You think that the company's stock price will rise, so you decide to buy 10,000 CFDs or "units" at a price of 100 cents. When you initiate the transaction, a separate commission of $10 will be paid because 0.10% of the transaction size is $10 (10000 units x 100 points = $10,000 x 0.10%).

ABC company's margin rate is 3%, which means that you only need to deposit 3% of the total value of the transaction as a position margin. Therefore, in this case, your position margin will be $300 (10,000 units x 100 points = $10000 x 3%).

Please note that if the price changes are unfavorable to you, the loss may exceed your $300 margin, because the loss is calculated based on the full value of the position.

Scenario A: Profitable trading

Your prediction is correct and the price will rise to 110/112 in the next week. You decide to end the buy transaction and sell at 110 cents (the current selling price). Please note that you will also incur a commission when you close the transaction, so you need to pay a commission of $11 when you close the transaction, because 0.10% of the transaction size is $11 (10,000 units x 110 points = $11,000 x 0.10%).

The price has moved 10 cents in your favor, from 100 cents (initial buying price) to 110 cents (current selling price). Multiply this by the number of units you bought (10,000) to calculate your profit as $1,000, and then subtract the total commission ($10 at the time of entry + $11 at the end of the transaction = $21), and the final total profit is $979.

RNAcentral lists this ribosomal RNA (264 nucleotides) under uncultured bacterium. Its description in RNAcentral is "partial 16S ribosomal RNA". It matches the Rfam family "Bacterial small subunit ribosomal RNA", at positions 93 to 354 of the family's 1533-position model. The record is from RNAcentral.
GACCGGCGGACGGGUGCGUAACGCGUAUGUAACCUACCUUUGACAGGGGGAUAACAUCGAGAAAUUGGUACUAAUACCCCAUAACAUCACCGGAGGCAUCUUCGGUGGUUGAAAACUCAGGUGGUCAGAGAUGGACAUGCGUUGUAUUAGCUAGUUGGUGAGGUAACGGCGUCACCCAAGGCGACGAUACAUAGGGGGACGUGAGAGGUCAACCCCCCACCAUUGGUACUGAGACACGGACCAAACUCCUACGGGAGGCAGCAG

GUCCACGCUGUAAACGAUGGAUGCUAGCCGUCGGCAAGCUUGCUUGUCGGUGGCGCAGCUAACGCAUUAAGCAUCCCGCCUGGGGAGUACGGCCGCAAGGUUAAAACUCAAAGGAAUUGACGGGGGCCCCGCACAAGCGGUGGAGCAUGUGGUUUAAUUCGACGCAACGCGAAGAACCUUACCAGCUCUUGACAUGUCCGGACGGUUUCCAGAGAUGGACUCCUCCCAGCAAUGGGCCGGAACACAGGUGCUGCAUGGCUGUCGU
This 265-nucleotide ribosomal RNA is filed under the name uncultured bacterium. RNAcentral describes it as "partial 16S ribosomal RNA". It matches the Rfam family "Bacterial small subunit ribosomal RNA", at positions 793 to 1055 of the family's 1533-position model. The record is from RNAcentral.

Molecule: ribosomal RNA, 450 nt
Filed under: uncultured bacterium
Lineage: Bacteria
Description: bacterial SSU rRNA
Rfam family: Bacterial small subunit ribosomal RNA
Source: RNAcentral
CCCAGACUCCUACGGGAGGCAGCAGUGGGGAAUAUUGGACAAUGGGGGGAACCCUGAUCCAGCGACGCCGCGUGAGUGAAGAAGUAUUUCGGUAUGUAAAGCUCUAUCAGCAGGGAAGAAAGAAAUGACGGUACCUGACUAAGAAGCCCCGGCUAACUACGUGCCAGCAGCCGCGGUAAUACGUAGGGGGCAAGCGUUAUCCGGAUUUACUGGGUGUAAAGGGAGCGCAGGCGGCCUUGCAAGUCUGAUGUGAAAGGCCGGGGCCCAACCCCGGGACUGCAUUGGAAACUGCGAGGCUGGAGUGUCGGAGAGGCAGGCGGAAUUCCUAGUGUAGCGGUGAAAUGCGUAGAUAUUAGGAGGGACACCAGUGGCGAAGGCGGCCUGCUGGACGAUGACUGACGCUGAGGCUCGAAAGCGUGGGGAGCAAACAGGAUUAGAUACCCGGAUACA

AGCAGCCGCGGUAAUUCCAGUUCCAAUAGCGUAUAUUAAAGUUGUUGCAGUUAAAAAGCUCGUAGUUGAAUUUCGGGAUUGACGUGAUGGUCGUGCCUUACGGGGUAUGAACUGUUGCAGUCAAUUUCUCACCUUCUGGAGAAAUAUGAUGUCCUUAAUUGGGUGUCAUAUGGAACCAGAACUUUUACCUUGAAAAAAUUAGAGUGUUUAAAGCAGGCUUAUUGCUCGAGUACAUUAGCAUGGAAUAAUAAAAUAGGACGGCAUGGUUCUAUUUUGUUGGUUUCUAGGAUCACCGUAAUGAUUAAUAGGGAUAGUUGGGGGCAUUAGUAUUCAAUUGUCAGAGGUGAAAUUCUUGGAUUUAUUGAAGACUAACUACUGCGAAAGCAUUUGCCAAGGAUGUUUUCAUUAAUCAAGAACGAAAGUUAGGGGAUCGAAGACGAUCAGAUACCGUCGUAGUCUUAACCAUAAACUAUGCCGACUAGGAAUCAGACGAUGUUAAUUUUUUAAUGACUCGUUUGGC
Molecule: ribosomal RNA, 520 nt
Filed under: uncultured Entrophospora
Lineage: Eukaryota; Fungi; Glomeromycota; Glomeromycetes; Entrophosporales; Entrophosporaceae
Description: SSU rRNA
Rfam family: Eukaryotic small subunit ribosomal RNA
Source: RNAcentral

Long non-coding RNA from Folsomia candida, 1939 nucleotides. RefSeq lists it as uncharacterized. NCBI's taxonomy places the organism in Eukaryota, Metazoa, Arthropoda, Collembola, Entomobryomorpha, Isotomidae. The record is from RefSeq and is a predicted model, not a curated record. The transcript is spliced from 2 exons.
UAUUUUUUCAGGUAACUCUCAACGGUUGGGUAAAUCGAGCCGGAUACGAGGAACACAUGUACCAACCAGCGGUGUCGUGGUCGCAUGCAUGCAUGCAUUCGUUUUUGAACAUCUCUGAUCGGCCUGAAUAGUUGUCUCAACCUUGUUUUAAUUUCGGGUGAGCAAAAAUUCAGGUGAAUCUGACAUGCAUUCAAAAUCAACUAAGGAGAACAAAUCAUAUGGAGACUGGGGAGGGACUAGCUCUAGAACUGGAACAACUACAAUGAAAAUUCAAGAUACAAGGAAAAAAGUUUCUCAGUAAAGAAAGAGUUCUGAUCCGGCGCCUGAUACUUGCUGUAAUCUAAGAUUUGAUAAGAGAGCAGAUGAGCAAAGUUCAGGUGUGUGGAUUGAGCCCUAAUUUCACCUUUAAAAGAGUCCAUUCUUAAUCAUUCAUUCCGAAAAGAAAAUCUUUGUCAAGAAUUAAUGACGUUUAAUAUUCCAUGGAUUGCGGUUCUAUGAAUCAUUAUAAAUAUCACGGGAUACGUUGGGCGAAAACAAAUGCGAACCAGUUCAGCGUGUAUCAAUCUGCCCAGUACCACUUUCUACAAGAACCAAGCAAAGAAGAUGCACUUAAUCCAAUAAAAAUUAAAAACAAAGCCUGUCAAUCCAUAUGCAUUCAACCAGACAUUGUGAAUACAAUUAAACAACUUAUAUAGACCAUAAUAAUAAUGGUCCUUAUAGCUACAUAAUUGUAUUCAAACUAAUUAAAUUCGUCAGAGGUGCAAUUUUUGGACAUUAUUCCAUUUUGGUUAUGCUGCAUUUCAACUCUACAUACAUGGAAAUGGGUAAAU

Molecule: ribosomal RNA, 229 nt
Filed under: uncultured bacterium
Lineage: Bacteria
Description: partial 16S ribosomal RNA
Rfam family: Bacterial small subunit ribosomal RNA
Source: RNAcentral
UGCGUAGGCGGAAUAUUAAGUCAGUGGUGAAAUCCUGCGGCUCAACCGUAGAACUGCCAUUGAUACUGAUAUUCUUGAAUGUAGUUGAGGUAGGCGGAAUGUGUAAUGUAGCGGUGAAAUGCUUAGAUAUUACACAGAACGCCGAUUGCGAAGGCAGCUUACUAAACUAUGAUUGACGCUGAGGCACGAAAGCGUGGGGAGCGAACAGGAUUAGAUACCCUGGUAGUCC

Scenario B: Loss trading

Unfortunately, your prediction was wrong, and the stock price of ABC Company fell to 93/95 in an hour. You think that the price may continue to fall, so in order to avoid further losses, you decide to sell at 93 cents (the current selling price) and end the transaction. You will also incur a commission when you close the transaction, so you need to pay a commission of $9.30, because 0.10% of the transaction size is $9.30 (10,000 units x 93 points = $9,300 x 0.10%).

The price has moved 7 points against you, from 100 points (initial buying price) to 93 points (current selling price). Multiply it by the number of units you bought (10,000), you can calculate that you have lost $700, and then add the total commission ($10 at the time of entering the transaction + $9.30 at the end of the transaction = $19.30), and the final total loss is $719.30.

Short selling in a down market

If you think that a product will depreciate and decide to sell, and your prediction is correct, you can buy the product again at a lower price to make a profit. If your forecast is incorrect and the value of the product rises, you will lose money. The amount of loss may exceed your investment.

Hedge your physical investment portfolio

If you have invested in a portfolio of real stocks through other brokers and believe that the portfolio will depreciate in the short term, you can hedge the real stocks through CFDs. By short selling the same stocks in a CFD, you can try to make a short-term downside profit, thereby offsetting any losses in your existing portfolio.

For example, suppose you hold ABC company stock worth $5,000 in your investment portfolio; you can short the ABC company stock of the same value through a CFD. Later, if the stock price of ABC Company declines in the underlying market, the depreciation in your real stock portfolio may be offset by the profits obtained in the short sale of the CFD. You can then end the CFD trading and make a profit at the end of the short-term downturn, and the value of your real stock will start to rise again.

Hedging real stock portfolios with CFDs is a common strategy used by many investors, especially in volatile markets.